Col. Kanitjan Alibekov (Ken Alibek, M.D.):



Part 4:

Society as Patient:  The Doctor's Role  in the Future of Humankind



• Introduction

• Konner: The Dawn of Wonder

• Saletan: Homo Respect-Us

• Alibek: Biohazard


Week Links (get it?):


Unit One: First Do No Harm (Miss Evers' Boys--reviewed in web-chat)

Unit Two: The Patient as Main Character

Unit Three: Self-Portrait's of the Physician's Life (content not yet uploaded)

Unit Four: Society as Patient




   Dr. Alibek, a Soviet scientist and deputy director of Biopreparat, was second-in-command of the largest biowarfare program in history. He defected to the United States, and is currently a consultant to the government in its attempts to develop a bioweapon defense. Like many others in the field, he doesn't believe the prognosis is very good.

   I've scanned in several photos from the book, which can be viewed by clicking on the thumbnail images below.  The article itself can be read by clicking on the image of the book cover.  It's an Adobe Acrobat (PDF) file, which most computers are capable of reading. If you have any trouble viewing the file, please e-mail me and I'll send you a text file.  Both the PDF file and the text file have occasional errors or typos, because scanning and OCR (optical character recognition) isn't perfect and I don't have the time to type a quarter of a book into the computer!  So please be patient and try to overlook the occasional glitches.  It's the only way I could manage to include the material without taking up huge amounts of space.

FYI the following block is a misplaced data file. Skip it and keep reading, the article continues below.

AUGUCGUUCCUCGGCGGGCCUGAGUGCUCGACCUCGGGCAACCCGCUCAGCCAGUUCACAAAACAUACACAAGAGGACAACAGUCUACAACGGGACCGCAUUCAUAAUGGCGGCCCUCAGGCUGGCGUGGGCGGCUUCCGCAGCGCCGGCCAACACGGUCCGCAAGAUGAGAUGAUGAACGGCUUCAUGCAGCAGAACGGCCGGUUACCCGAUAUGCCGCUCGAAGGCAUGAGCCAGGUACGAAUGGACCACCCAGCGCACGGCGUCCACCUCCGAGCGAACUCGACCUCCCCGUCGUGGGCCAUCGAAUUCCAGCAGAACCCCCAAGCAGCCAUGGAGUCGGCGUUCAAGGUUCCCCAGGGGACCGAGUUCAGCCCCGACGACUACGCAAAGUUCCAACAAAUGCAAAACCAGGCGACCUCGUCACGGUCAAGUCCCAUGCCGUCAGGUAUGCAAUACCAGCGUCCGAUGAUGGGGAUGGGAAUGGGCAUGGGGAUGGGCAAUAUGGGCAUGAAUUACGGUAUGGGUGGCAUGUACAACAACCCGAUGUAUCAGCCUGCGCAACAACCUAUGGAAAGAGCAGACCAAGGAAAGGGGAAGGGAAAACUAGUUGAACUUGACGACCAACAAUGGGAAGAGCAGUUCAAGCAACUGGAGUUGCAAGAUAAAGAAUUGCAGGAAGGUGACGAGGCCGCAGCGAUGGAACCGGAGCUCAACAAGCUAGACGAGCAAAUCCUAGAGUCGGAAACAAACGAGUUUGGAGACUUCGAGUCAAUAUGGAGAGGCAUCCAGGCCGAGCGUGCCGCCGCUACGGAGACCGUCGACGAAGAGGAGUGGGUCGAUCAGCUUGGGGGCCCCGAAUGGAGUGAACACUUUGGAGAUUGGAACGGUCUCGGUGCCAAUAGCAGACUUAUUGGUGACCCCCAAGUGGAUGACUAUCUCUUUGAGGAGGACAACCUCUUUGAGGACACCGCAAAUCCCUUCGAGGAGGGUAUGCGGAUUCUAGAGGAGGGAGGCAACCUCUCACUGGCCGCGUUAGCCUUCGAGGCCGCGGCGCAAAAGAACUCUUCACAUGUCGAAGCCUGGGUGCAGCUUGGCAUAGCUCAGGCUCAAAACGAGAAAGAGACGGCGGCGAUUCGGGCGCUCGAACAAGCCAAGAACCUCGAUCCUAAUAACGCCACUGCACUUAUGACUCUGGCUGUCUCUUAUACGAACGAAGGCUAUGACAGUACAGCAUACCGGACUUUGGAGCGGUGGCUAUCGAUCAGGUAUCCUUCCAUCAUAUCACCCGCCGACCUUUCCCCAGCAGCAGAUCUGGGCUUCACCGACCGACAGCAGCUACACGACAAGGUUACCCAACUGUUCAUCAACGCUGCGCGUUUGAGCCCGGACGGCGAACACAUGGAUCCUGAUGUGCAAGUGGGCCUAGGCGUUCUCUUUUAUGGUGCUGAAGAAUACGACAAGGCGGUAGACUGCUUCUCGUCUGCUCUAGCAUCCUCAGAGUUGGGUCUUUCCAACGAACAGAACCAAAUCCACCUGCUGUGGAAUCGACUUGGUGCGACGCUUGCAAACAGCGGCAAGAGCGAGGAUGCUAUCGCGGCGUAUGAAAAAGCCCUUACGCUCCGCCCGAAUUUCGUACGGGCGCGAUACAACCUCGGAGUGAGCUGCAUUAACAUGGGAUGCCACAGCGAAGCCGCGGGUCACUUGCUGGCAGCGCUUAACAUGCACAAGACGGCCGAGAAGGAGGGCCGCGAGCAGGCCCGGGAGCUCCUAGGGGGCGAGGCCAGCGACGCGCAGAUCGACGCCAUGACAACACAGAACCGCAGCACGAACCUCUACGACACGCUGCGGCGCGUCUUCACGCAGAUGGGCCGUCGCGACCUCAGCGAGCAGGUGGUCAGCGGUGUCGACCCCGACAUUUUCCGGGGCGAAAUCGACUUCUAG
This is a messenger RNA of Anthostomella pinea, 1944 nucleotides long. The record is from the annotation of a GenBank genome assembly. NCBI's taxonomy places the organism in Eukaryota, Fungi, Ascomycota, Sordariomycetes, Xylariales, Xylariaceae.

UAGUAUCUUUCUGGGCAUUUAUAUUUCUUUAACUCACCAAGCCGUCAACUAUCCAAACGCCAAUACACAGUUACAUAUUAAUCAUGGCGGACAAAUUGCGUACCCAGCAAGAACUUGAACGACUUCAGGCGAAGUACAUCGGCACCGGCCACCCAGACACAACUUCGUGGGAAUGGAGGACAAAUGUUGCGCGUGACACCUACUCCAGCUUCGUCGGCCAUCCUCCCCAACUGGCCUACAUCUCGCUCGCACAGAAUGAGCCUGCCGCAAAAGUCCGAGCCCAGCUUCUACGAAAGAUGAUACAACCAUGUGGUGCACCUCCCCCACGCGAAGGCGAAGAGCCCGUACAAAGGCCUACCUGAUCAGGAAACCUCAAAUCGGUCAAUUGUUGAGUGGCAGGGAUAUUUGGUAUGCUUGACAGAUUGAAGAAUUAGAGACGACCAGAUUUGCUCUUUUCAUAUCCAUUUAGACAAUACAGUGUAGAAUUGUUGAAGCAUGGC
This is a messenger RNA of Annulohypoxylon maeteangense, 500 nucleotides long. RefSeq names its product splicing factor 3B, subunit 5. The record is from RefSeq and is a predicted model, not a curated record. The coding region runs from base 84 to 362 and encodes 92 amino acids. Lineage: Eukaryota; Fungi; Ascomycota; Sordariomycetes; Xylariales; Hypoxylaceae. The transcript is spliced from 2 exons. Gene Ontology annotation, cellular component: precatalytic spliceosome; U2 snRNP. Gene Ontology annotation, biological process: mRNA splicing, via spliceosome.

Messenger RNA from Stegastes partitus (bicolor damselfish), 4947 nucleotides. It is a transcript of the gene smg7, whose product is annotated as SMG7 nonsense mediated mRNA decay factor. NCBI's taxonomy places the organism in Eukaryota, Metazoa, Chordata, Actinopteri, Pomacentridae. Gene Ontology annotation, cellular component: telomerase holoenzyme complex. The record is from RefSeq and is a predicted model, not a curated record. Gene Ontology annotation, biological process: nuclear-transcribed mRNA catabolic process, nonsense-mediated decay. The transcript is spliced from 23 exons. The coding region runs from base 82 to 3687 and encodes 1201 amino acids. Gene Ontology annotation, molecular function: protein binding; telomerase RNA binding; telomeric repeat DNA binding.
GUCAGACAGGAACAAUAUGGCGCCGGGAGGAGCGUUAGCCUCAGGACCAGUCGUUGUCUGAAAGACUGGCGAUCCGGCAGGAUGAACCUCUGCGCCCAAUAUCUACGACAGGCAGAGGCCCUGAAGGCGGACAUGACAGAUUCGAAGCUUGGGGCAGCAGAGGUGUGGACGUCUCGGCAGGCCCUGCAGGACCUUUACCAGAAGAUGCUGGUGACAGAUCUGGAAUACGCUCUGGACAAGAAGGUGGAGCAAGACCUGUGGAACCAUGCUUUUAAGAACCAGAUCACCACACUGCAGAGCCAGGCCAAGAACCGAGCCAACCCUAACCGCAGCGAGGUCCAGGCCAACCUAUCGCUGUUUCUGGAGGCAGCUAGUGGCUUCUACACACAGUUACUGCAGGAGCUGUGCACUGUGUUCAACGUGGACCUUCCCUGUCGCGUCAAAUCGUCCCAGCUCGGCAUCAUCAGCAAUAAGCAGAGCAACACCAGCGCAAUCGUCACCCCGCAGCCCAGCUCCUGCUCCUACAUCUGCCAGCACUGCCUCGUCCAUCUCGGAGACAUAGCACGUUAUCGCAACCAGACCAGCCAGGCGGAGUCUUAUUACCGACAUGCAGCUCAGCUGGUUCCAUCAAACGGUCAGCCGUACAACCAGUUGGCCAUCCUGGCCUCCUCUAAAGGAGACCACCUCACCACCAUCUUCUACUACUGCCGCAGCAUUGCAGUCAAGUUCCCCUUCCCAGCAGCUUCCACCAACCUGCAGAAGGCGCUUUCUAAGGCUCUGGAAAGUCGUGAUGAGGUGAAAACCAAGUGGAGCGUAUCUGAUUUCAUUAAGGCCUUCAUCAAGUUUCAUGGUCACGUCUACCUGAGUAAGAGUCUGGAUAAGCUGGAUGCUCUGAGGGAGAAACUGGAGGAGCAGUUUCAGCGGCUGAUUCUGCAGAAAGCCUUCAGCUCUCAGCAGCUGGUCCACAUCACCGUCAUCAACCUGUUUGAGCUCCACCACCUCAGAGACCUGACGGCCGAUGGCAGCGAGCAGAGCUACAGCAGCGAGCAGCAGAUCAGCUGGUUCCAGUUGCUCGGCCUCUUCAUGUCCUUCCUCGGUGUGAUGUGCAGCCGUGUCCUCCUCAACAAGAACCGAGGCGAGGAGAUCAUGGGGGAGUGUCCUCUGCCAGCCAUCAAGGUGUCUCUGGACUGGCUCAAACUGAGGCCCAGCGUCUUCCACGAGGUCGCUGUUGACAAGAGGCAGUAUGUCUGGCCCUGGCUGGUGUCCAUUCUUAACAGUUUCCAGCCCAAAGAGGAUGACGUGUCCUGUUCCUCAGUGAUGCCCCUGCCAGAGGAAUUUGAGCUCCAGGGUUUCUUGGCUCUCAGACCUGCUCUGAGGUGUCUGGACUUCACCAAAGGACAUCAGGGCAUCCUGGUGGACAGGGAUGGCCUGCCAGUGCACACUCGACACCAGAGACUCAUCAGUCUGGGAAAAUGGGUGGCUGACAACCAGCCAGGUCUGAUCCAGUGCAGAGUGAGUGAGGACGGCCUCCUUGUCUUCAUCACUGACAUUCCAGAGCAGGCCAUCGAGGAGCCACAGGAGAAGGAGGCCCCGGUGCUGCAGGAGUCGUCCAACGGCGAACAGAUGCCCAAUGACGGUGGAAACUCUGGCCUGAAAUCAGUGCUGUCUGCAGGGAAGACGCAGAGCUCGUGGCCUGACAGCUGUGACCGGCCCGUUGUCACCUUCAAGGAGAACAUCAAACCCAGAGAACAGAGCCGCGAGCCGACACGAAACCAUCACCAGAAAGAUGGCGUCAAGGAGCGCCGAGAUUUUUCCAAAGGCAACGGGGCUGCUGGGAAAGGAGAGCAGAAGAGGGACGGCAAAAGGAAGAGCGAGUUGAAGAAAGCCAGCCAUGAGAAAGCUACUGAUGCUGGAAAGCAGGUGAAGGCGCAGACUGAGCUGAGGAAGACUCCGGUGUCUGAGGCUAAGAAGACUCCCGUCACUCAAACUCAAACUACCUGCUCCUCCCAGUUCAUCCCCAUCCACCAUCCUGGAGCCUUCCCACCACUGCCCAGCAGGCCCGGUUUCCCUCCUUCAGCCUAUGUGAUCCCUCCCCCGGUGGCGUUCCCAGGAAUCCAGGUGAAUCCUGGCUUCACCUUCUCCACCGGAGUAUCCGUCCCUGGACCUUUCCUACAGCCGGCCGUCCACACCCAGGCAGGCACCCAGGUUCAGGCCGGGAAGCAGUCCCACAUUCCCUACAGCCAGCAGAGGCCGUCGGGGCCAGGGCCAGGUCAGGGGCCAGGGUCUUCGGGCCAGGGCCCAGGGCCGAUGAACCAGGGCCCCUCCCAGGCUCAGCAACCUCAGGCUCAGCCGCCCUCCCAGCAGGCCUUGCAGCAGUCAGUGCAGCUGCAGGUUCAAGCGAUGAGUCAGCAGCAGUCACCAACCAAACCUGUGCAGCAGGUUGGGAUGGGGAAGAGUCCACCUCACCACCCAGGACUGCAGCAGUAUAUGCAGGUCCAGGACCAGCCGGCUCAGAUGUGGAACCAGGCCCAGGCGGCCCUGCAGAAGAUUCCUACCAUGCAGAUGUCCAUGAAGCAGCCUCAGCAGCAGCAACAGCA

As you read Dr. Alibek's story, please pay particular attention to way he was convinced to become a bioweapons researcher--to turn away from the healing side of medicine and instead apply his training to the development of incredibly virulent and deadly diseases.  Is there a parallel to the "slippery slope" we saw in "Miss Evers' Boys"?  Was Dr. Alibek gradually convinced to "go up that hill," as Miss Evers put it?

   Much of Dr. Alibek's decision was based on the assertion that the United States had violated the bioweapons treaty.  If the United States (or another threatening foreign power) had really been developing bioweapons, would Dr. Alibek have been justified in his decision?  Are there circumstances when it is reasonable to turn away from the healing arts and use your medical knowledge as a weapon?

   Moving forward in time to the present day, to the Iraq war and the "War on Terror," do you believe that the physicians and medical workers (particularly psychiatrists) who aided in the interrogations of prisoners at Abu Ghraib and elsewhere are justified in applying their talents and abilities to the "breaking down" of prisoners' defenses? Is propoganda a reasonable use of medical training? How about the physicians and medics who looked the other way, ignoring or covering up evidence of abuse--were they justified in their actions?

   Perhaps it all boils down to the ultimate question: for a physician employed by a government or military force, where does his or her responsibility lie?




*Click image to view excerpt*



















Dr. Alibek

A family photo from his days working with tularemia.

Soviet-era bioweapons facilities
The bomb-testing facilities at Stepnogorsk

An inside look  at some of the bioweapon-makers' equipment